Diversity and Inclusion

ACC is committed to improving diversity and inclusion in the practice of cardiology, and at the College. Diversity is not just an issue for cardiologists, it is an issue for quality patient care. The College's vision is to harness the power of the diversity of its members to advance patient care, spur innovation and improve health equity among individual patients and populations. In doing so, the ACC will ensure opportunity for all cardiovascular providers by working towards a fully inclusive organization and profession. Learn more here about ACC's commitment to diversity and inclusion as well as to find ACC's Diversity and Inclusion Principles.

Below are tips for being diverse and inclusive as a moderator and presenter.

Diversity and Inclusion: Your Core Responsibility as ACC Faculty
Kathryn Berlacher, MD, MS, FACC



  1. Moderators should ask ALL speakers how to pronounce their names properly before a session begins.
  2. Moderators should set an expectation with all faculty BEFORE the session as to the use of names (either all first names or all Dr. X) and introduce all people equally. Do not mix and match "Dr" and first name only.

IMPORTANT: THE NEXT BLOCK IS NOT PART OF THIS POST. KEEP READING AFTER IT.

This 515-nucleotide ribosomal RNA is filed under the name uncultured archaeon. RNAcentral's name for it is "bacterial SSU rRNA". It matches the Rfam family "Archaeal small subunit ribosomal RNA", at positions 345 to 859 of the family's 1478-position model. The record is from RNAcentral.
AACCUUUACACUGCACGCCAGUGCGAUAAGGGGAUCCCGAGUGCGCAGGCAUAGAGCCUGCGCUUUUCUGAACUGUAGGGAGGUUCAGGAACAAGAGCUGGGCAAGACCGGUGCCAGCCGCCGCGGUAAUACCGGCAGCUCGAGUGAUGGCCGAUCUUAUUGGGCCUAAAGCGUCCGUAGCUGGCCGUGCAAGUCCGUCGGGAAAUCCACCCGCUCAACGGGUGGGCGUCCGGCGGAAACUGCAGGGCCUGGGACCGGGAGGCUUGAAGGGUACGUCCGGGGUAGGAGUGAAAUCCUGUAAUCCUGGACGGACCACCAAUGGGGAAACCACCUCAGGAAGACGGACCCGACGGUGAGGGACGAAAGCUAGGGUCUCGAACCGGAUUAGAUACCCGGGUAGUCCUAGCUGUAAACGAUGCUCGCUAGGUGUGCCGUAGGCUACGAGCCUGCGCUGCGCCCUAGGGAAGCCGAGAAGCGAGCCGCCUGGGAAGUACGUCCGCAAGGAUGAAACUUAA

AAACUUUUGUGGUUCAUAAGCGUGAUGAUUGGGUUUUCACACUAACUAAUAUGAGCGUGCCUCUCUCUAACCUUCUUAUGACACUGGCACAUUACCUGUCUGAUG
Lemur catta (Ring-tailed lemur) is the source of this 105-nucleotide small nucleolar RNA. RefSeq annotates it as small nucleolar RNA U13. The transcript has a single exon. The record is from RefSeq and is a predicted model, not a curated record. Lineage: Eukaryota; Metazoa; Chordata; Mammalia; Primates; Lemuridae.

3. Moderators should be sure introductions for all speakers are balanced (give same level of detail for each speaker).
  4. Moderators should step in if someone tries to talk over a presenter or panelist to ensure all faculty have equal opportunity to share their knowledge in a safe educational environment.
  5. Moderators should acknowledge when findings or statement have gender or race imbalance.
  6. Moderators should be careful to not ask a speaker to represent an entire ethnic, racial, gender, or national constituency during the Q&A session.
  7. Moderators should reframe audience questions in a way that is inclusive (see ACC's Diversity and Inclusion Principles); it's ok to paraphrase/rephrase.


  1. Presenters should be respectful of their colleagues and of the time: Introduce yourself to everyone on the podium. Do not talk over other presenters or moderators.
  2. Presenters should only include race/ethnicity details in their cases if it's directly relevant to the clinical teaching point.
  3. Presenters should acknowledge when studies or images have gender or race imbalance.
  4. If you are the most senior or most reputable speaker, make sure that others have time to speak – or even better, invite others to comment!
  5. Presenters should be sure to use gender and race balanced examples, images, and language for their cases or figures (i.e., do not have all pictures of doctors be men and nurses be women, workforce vs. manpower).